Yet another SQL Server enthusiast

2013-10-04

Finding Scans

Filed under: index,scan,sql server 2008 r2 — sa @ 8:19 AM

Starting with SQL Server 2005, the execution plans are stored as XML. Combining this fact with powerful XQueries the result is endless (well, almost) possibilities. For example, somebody could write a simple SELECT statement to find out all execution plans including [ [ Clustered] Index | Table ] Scan operators.

Step #1 Run this script to create a stored procedure:

Code Snippet
USE AdventureWorks2008R2;
GO
CREATE PROCEDURE Sales.spTest
AS
SELECT  soh.SalesOrderID
FROM    Sales.SalesOrderHeader soh
WHERE   soh.ShipDate>='20070101';
GO

Step #2 Execute the newly created stored procedure (EXEC Sales.spTest) using Actual Execution Plan option activated (see here how). The result will be the following execution plan:

XmlExecutionPlan

Step #3: Now, run the following SELECT statement to find out all execution plans which include an [ [ Clustered] Index | Table ] Scan operator:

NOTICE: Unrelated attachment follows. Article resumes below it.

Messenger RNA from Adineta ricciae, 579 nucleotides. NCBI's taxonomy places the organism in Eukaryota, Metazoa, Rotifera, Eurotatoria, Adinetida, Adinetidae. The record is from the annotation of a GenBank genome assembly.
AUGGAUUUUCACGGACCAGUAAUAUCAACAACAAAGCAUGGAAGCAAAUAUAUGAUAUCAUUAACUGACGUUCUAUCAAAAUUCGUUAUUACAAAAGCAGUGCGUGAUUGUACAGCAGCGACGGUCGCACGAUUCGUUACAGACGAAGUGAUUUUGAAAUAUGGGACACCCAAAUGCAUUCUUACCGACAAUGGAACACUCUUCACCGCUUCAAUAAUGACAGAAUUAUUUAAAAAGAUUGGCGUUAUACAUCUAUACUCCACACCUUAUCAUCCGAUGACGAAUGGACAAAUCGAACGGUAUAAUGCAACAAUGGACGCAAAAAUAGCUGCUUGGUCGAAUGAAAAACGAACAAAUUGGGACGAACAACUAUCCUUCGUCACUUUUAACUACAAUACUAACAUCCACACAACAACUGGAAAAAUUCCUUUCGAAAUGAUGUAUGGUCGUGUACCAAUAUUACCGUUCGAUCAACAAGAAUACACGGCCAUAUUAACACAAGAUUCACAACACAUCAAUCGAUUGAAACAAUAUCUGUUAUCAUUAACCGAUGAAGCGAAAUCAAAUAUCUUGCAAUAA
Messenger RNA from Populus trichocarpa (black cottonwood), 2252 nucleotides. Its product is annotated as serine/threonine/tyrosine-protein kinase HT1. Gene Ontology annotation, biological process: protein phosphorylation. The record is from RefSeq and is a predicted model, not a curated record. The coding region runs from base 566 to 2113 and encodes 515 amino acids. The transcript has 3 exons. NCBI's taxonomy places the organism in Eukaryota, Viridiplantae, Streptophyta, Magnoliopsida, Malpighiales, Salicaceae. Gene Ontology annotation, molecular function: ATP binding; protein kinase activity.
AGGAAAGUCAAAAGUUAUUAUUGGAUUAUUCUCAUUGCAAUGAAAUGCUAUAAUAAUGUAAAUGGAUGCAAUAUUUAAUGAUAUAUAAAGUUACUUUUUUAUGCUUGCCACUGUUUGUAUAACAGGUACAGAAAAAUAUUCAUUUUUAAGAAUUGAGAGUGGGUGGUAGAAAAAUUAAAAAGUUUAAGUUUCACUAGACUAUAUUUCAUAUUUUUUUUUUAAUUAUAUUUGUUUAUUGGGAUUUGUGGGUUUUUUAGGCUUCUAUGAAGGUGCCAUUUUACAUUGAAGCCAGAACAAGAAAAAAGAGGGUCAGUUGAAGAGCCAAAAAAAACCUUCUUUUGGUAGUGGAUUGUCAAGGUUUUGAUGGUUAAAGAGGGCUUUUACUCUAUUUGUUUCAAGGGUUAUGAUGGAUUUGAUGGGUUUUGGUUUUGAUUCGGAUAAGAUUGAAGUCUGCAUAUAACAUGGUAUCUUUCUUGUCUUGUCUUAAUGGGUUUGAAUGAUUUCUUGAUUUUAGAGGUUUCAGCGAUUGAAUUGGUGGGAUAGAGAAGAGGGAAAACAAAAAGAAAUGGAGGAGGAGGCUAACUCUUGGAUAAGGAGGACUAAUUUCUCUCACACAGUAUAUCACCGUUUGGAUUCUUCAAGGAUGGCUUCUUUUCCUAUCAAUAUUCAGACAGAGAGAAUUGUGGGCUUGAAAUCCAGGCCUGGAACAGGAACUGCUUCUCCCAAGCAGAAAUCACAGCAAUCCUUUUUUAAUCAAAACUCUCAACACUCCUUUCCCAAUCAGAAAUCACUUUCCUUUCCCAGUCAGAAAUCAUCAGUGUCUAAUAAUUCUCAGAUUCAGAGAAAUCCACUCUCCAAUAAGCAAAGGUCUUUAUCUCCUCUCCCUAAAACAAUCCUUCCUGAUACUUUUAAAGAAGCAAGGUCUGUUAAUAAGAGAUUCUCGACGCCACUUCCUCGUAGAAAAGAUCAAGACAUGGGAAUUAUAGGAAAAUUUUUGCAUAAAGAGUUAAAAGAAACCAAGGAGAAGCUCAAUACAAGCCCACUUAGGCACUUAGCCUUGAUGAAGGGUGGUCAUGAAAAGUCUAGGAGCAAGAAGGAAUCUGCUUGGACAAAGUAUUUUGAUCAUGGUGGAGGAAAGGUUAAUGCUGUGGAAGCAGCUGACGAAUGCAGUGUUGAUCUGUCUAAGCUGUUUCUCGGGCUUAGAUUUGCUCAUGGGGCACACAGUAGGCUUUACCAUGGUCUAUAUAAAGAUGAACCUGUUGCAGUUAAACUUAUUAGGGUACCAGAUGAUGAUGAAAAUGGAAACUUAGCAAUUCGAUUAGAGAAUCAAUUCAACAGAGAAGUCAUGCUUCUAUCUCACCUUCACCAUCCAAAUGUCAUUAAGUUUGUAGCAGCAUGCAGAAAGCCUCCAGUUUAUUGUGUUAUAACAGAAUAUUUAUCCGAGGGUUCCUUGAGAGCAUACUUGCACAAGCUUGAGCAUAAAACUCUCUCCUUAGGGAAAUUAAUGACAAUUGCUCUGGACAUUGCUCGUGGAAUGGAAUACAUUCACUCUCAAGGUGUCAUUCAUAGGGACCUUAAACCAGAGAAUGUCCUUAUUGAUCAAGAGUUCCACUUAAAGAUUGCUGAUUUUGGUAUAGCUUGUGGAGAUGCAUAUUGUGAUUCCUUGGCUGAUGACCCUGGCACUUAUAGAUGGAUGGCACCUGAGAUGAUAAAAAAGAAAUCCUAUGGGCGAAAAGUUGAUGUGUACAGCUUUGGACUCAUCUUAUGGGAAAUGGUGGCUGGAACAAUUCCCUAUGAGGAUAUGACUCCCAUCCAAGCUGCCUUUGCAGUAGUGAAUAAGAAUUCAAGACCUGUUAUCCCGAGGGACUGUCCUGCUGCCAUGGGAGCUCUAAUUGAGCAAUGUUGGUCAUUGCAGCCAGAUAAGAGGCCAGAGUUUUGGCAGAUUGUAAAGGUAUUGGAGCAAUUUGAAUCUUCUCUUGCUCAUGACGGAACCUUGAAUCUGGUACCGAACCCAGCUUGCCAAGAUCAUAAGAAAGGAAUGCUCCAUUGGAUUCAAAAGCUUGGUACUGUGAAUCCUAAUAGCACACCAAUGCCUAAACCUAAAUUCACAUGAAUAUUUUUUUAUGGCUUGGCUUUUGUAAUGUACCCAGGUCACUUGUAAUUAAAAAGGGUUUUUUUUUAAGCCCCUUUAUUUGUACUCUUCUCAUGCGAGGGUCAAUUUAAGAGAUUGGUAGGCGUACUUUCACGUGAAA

Code Snippet
SET TRANSACTION ISOLATION LEVEL READ UNCOMMITTED;
WITH XMLNAMESPACES
(
    DEFAULT 'http://schemas.microsoft.com/sqlserver/2004/07/showplan'
)
SELECT    TOP(10)
        crt_db.[dbid],
        DB_NAME(crt_db.[dbid]) AS database_name,
        pl.objectid,
        QUOTENAME(OBJECT_SCHEMA_NAME(pl.objectid, crt_db.[dbid]))+'.'+QUOTENAME(OBJECT_NAME(pl.objectid, crt_db.[dbid])) AS object_name,
        pl.query_plan,
        src.text AS source_code,
        pl.query_plan.exist('//RelOp[@PhysicalOp="Clustered Index Scan"]') AS [Has Clustered Index Scan],
        pl.query_plan.exist('//RelOp[@PhysicalOp="Index Scan"]') AS [Has Index Scan],
        pl.query_plan.exist('//RelOp[@PhysicalOp="Table Scan"]') AS [Has Table Scan],
        cp.size_in_bytes,
        cp.usecounts
FROM    sys.dm_exec_cached_plans cp